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Monday, April 18, 2016

Warning: Don't Lose These Tax Documents After You File

Heads up, taxpayers: today’s the last day to file your personal income taxes (unless you’re in Maine and Massachusetts, you lucky ducks have until tomorrow). So before we continue, if you think you need some more time to file, head on over to really quick and e-file Form 4868 for a six-month extension.

*Jeopardy theme music*

Alright, glad to have you back. Now, onto the subject of the day here at ExpressIRSForms: tax document retention. In other words, what tax records should you keep - and how long should you keep them - after you file?

Generally, taxpayers need to keep a copy of their tax returns and supporting documents for at least three years after the filing year. The IRS recommends this three-year retention period because that’s how long they have to initiate an audit of that tax year (that’s also how long you have to amend that return). But keep in mind that they have six years to initiate an audit in cases of fraud. If you’re already playing fast and loose with the IRS, it’s unlikely you’ll keep the paperwork lying around; but if you do, that’s how long you should.

“Enrolled agents say keep all tax records for seven years just to be safe,” said Kim Lankford, of Kiplinger’s Personal Finance magazine in an interview with Patricia Sabatini. Even if you don’t anticipate an audit, keeping your tax documents can help you in the long run. Whether they’re helping you complete future returns, or successfully helping to contest Social Security benefits (an example Ms. Lankford sites), retained tax documents can really come in handy.

Information You Can Use on Your Next Return
Keeping previous tax records and other documents you collect throughout the year can not only help with your tax preparation time each year, but it can help save you money on your taxes. Throughout the year, make sure you hold onto documents and information relating to:
  • Income from wages, dividends, interest, or business: W-2s, 1099s, K-1s, bank statements, brokerage statements, etc.
  • Deductions and credits (child care expenses, dental and medical expenses, use of the home for business purposes, charitable gifts, car sales tax, alimony): receipts, invoices, mileage logs, bank/credit card statements, etc.
  • Home and property: closing statements, invoices, proof of payment, insurance records, receipts for improvements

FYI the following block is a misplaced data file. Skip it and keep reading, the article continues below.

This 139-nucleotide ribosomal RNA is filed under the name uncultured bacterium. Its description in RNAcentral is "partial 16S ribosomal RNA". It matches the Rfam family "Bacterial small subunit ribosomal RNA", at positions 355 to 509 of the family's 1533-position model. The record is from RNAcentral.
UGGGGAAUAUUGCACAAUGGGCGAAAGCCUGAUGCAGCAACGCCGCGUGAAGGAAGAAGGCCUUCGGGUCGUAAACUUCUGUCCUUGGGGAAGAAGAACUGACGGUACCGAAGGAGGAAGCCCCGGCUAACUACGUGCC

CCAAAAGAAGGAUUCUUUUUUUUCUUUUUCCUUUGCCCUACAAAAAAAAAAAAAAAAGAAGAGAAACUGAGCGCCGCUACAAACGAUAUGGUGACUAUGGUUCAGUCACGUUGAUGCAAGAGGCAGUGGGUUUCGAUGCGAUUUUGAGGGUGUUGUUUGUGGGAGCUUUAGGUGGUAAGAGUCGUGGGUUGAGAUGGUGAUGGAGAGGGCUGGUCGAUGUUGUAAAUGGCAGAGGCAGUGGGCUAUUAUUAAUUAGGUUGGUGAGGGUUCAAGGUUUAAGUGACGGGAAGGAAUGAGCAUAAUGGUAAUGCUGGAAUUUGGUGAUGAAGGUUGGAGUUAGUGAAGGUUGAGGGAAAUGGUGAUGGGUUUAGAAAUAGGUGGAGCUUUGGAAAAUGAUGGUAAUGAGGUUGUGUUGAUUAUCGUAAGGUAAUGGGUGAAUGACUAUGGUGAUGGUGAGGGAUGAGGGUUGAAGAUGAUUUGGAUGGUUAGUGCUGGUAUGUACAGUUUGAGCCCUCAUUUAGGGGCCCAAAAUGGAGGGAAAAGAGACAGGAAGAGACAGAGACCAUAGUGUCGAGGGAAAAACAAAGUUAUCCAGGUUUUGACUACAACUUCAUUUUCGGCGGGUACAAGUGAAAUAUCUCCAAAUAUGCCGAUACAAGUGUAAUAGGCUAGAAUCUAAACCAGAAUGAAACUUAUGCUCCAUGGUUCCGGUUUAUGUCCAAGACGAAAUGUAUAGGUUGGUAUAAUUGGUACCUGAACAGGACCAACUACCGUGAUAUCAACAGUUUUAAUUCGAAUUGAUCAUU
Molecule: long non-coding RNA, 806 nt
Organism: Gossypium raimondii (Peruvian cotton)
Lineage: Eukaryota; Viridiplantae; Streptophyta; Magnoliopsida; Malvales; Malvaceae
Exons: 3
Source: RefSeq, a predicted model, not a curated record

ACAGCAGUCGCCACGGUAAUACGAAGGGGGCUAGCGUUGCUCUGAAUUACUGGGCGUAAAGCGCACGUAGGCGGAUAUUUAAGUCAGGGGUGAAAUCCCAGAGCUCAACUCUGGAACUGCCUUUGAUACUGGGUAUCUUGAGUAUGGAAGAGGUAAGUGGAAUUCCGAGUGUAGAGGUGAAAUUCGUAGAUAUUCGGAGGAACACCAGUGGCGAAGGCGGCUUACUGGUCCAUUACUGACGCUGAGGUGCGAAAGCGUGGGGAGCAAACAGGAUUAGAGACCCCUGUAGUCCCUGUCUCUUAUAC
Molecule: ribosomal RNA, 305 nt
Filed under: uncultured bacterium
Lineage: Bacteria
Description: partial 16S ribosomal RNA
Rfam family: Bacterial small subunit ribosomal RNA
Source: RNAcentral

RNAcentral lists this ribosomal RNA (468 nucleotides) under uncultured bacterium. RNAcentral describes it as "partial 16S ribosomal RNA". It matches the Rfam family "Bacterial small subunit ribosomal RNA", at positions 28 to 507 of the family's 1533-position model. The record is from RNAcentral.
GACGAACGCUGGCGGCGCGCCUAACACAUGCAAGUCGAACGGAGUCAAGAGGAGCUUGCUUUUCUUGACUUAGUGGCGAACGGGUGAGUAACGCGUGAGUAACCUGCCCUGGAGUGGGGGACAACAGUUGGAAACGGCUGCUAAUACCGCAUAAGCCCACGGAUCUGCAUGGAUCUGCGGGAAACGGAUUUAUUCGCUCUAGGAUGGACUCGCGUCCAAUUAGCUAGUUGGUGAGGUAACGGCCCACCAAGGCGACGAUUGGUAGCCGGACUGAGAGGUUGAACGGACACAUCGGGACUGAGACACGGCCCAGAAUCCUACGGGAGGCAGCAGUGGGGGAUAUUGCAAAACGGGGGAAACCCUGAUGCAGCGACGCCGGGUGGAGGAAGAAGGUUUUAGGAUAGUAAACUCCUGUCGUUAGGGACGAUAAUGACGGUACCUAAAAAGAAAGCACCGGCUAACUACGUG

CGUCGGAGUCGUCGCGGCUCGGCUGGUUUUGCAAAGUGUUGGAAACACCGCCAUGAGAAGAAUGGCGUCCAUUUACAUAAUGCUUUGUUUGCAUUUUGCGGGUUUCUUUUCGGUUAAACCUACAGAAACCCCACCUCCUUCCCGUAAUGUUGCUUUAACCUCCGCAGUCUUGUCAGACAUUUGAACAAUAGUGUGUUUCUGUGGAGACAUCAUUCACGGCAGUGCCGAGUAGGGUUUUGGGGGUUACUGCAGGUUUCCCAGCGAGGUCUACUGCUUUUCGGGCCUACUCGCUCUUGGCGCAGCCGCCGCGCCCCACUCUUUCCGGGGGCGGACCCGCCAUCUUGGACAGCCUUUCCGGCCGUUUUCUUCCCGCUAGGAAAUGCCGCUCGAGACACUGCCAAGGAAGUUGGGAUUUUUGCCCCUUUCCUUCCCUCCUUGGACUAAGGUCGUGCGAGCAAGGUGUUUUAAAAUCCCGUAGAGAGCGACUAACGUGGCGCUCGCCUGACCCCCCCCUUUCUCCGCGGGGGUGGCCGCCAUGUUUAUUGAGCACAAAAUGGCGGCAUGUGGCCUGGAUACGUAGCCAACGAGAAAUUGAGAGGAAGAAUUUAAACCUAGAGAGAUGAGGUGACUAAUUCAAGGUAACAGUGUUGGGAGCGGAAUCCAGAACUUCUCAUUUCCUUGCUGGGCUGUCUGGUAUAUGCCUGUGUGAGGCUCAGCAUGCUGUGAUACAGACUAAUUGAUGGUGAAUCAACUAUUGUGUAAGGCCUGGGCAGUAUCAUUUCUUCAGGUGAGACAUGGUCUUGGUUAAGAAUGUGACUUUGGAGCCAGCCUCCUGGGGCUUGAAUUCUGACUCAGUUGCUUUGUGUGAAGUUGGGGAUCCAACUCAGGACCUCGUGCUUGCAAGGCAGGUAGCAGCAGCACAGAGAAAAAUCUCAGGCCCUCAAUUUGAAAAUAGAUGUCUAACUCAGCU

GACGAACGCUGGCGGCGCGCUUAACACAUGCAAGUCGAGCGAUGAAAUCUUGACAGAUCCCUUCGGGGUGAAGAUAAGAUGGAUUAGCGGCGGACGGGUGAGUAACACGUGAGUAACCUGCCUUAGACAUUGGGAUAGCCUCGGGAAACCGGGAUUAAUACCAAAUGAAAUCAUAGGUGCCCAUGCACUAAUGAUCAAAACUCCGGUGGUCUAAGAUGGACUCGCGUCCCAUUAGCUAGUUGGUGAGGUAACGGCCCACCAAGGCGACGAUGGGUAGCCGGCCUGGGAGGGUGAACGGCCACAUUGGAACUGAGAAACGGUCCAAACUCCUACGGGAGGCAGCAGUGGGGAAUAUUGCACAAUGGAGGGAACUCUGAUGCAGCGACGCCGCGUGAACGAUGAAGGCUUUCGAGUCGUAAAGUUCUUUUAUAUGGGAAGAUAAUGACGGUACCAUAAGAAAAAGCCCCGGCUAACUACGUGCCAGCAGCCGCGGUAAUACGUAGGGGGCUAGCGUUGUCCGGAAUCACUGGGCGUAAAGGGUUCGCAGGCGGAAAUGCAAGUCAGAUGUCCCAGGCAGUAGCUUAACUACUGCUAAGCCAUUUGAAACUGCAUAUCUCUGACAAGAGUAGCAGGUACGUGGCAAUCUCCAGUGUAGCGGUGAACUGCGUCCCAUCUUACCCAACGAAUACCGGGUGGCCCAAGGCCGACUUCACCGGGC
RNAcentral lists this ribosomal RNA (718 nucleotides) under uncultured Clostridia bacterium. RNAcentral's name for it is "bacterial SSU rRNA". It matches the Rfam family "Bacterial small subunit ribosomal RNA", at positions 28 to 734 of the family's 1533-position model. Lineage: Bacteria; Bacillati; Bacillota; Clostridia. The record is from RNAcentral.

• Investments: 1099s and 2439s, brokerage statements, mutual fund statements

The Bottom Line: What to Keep for How Long
The only thing you’ll really, legally need your tax documents for is in the event of an audit. The helping-you-complete-future-returns part is just gravy. Actual tax returns, like your 1040 and its schedules, or your W-2, you should hold onto indefinitely. Everything else, follow this general timeline for document retention:
  • Three years: tax return forms and schedules plus all info to support what you claimed on your return (like records related to property, investments, or business assets)
  • Four years: state tax information (most states have an additional year to initiate an audit)
  • Six years: W-2, 1099, etc. forms (the IRS has six years to contact you about failed reported income)
  • Seven years: information regarding loss from worthless securities or bad debts

For questions on your personal tax return, we’ll try to do the best we can, but you might be better off contacting a CPA or the IRS directly (1-800-829-1040). But for e-filing your 1099s, W-2s, ACA Forms, and W-9s, we’re happy to help! Just give us a call Monday through Friday, 9:00 a.m. to 6:00 p.m. EST, at 1-704-83-2270, or send us an email at

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Wednesday, April 13, 2016

Protect Your Tax Return from Theft and Fraud

When we think about tax season damages, we’re usually thinking about our wallets. Unfortunately, as some people may have already found out the hard way, paying any taxes owed can end up being the least of your worries during tax season.

Tax-Related Identity Theft
With so many individuals sending personal information to the IRS, whether by e-filing or paper filing, the identity thieves are coming out to play. Typically, tax-related identity theft occurs when someone uses your Social Security number to file a tax return, claiming a fraudulent refund. But it’s not just a matter of protecting that SSN (although you should definitely do that); April is prime time for phishing scams and fraud, and the IRS already has a list of known schemes scammers use to compromise your identity and tax return/refund.

These scams don’t just affect you: fraudulent returns are a hassle for the IRS as well. That’s why the prevention and detection of fraud is one of their highest priorities, and why they provide victim assistance. If you think you’ve been a victim of tax-related identity theft, check out this IRS article so you can begin taking steps to re-secure your identity.

How to Protect Yourself
The main thing to remember anytime you’re reporting personal information, whether it’s to the IRS, your doctor, or even when you’re shopping online, is always to remain vigilant against illegitimate sources. Just as you wouldn’t hand over all of your personal info to a stranger on the street, you don’t want to do so online either. So here are a few tips for keeping your identity secure when you e-file this year:
  • If the IRS emails you, it isn’t the IRS. The official IRS will contact you if there are any issues with your return via snail mail. If you do get a suspicious email claiming to be the IRS, forward that email (without opening it, if you can) to